Music is handled here by Borna Matosic, who provides a brand new sound for the series, all electric guitars and drums. The opening theme is a particular highlight, but the music in general is great throughout. Equally, sound designer Jack Townley brings to life this episode’s many action sequences with flair, from the opening chase to the showdown with the voracious Chuchunyas.

Overall, while Rogue State won’t set the world on fire with its storyline, it’s an effective introduction to the Brave New World series that excels in the way it sets Bambera and Savarin up for adventures to come. Good stuff.

Rating: 3.5 out of 5.

2. “Time Flies” by Alison Winter

Bambera and Savarin are summoned to a genetic research institute by UNIT’s rebellious scientific advisor, Doctor Louise Rix, where they learn that scientists have been going missing. Could the mysterious Doctor Grange’s experiments be to blame? What plans does he have for the institute’s caterpillar population? And is it possible to reverse the flow of time?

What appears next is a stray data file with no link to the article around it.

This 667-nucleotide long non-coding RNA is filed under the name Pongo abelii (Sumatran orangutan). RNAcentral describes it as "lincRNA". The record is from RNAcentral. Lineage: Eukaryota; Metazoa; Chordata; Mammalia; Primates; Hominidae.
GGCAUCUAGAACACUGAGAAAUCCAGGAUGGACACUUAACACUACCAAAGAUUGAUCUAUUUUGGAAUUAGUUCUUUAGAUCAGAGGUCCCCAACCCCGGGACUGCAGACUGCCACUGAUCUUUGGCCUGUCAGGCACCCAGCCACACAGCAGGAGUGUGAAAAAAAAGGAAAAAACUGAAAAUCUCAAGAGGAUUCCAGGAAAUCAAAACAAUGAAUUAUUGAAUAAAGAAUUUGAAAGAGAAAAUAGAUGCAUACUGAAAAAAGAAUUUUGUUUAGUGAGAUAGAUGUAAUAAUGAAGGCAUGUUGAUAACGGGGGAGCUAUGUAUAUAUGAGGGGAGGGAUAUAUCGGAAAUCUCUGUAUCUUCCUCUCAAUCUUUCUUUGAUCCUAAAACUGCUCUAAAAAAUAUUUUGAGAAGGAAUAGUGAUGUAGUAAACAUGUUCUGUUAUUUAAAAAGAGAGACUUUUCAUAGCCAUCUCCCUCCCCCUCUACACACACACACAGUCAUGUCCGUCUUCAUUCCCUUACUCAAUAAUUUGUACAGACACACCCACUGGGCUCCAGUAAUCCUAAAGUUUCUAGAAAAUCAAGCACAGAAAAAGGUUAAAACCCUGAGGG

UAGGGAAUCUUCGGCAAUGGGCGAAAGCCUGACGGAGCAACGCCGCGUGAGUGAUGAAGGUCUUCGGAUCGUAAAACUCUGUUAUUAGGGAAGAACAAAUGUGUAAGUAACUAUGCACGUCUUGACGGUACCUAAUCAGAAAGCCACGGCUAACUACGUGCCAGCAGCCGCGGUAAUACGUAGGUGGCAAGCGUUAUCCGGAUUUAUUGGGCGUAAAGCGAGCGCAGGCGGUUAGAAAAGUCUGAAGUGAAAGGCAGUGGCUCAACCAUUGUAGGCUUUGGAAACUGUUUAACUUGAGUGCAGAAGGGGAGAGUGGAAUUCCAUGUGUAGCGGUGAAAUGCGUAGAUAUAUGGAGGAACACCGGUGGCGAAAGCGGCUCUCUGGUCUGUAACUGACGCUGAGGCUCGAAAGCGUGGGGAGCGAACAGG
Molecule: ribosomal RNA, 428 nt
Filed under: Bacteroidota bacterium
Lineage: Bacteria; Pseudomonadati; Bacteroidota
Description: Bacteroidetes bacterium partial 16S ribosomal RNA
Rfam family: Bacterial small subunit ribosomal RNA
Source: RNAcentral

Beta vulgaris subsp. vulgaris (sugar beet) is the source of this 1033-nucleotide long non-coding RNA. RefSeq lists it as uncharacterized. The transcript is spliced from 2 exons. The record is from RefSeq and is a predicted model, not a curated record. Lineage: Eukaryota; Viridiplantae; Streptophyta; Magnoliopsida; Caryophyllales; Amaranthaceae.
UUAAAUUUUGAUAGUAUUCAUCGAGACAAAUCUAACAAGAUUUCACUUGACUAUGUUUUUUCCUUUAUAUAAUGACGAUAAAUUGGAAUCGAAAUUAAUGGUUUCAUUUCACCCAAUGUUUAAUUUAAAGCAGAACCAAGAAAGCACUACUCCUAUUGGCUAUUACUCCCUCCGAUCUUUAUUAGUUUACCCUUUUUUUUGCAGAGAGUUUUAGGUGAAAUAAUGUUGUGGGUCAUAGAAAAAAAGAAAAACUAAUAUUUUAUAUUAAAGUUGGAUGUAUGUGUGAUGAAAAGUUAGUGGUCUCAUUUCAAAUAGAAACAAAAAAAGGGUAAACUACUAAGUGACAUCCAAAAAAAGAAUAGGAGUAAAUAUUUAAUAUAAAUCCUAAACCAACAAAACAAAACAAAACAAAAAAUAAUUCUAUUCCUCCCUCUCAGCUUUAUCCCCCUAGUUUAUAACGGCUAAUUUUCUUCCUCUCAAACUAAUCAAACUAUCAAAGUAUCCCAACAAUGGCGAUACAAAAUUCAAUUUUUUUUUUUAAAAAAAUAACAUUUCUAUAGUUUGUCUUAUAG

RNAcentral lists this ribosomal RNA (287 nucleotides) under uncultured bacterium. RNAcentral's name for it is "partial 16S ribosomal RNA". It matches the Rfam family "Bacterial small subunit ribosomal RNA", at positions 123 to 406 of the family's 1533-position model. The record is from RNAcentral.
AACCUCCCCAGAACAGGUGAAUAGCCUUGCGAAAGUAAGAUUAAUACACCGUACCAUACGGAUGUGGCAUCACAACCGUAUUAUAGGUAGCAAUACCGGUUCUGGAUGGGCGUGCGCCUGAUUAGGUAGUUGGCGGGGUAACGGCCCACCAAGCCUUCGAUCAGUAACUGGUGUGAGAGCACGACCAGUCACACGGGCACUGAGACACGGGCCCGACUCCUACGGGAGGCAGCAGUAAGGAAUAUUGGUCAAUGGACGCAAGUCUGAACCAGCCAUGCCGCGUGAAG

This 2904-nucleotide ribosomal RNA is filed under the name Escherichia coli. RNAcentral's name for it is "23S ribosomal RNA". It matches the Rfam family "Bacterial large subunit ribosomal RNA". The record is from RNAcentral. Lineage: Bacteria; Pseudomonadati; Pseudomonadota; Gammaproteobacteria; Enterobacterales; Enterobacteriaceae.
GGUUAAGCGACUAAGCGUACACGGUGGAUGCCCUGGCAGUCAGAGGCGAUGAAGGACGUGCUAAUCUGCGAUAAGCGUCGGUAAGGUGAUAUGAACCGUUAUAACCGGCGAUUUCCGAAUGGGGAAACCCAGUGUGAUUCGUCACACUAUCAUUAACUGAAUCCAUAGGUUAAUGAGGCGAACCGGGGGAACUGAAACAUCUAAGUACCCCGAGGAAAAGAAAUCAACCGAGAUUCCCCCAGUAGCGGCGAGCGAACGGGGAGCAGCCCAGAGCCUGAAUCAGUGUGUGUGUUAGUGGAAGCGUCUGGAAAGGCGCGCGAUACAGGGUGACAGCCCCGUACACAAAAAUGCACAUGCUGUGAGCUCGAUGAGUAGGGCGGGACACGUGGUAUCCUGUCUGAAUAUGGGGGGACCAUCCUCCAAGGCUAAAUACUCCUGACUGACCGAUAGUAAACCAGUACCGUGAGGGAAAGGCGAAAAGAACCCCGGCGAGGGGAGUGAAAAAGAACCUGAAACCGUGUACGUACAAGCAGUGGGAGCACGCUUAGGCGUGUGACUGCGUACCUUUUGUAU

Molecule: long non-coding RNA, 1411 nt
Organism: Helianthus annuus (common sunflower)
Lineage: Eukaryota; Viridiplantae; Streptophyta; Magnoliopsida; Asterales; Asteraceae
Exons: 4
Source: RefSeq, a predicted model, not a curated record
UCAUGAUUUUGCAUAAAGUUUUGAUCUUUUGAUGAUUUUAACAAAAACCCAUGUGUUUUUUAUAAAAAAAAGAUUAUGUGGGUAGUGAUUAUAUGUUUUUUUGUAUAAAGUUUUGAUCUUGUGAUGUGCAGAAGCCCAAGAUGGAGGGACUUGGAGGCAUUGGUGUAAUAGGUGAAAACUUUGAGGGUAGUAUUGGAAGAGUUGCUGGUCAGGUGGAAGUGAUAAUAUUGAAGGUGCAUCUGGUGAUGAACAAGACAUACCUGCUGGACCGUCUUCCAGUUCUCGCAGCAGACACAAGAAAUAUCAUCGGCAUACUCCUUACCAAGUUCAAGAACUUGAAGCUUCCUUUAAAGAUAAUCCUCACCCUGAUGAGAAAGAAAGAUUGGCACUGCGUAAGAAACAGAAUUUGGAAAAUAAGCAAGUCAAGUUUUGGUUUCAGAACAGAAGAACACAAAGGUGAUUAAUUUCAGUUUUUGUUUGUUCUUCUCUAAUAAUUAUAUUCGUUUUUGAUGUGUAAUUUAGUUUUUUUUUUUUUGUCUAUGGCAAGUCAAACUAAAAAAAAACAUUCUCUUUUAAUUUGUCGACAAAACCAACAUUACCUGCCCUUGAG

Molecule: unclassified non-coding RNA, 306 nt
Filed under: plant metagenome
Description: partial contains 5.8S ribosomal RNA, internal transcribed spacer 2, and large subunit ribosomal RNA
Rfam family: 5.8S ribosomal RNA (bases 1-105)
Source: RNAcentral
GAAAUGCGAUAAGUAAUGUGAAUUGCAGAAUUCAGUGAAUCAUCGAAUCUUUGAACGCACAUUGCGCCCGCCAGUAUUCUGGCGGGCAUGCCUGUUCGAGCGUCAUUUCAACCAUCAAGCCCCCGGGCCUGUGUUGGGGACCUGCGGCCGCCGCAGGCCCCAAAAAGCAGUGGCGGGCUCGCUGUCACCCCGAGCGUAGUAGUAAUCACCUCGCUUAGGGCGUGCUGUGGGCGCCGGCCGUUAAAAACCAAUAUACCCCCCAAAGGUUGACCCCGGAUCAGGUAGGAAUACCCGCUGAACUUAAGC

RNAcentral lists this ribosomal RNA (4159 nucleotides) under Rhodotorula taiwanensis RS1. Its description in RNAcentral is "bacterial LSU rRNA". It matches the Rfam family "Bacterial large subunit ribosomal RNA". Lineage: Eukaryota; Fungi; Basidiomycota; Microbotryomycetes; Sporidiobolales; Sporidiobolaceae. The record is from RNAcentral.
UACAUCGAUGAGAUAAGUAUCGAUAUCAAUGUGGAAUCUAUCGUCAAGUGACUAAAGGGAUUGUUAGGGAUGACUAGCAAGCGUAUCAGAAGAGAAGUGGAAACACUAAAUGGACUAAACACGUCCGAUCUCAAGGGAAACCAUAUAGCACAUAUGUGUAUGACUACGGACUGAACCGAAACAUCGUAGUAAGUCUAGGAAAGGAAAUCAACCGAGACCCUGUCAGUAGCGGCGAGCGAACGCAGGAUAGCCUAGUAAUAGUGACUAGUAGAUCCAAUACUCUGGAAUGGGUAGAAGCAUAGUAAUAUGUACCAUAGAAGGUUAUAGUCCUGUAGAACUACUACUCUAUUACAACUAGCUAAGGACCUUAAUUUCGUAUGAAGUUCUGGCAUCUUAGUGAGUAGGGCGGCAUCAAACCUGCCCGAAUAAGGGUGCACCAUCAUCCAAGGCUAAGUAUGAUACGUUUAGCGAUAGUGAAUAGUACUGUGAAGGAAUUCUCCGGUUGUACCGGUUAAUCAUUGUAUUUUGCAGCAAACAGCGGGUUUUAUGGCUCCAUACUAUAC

Time Flies is Alison Winter‘s first story for Big Finish, and she makes a strong debut, with a tale which is both action-packed and character focused. The third member of this new UNIT team, Doctor Louise Rix, is introduced here, and Winters characterises her well, giving her and Bambera a delightfully spiky relationship, and ensuring that Rix’s traits drive the story forward at every stage.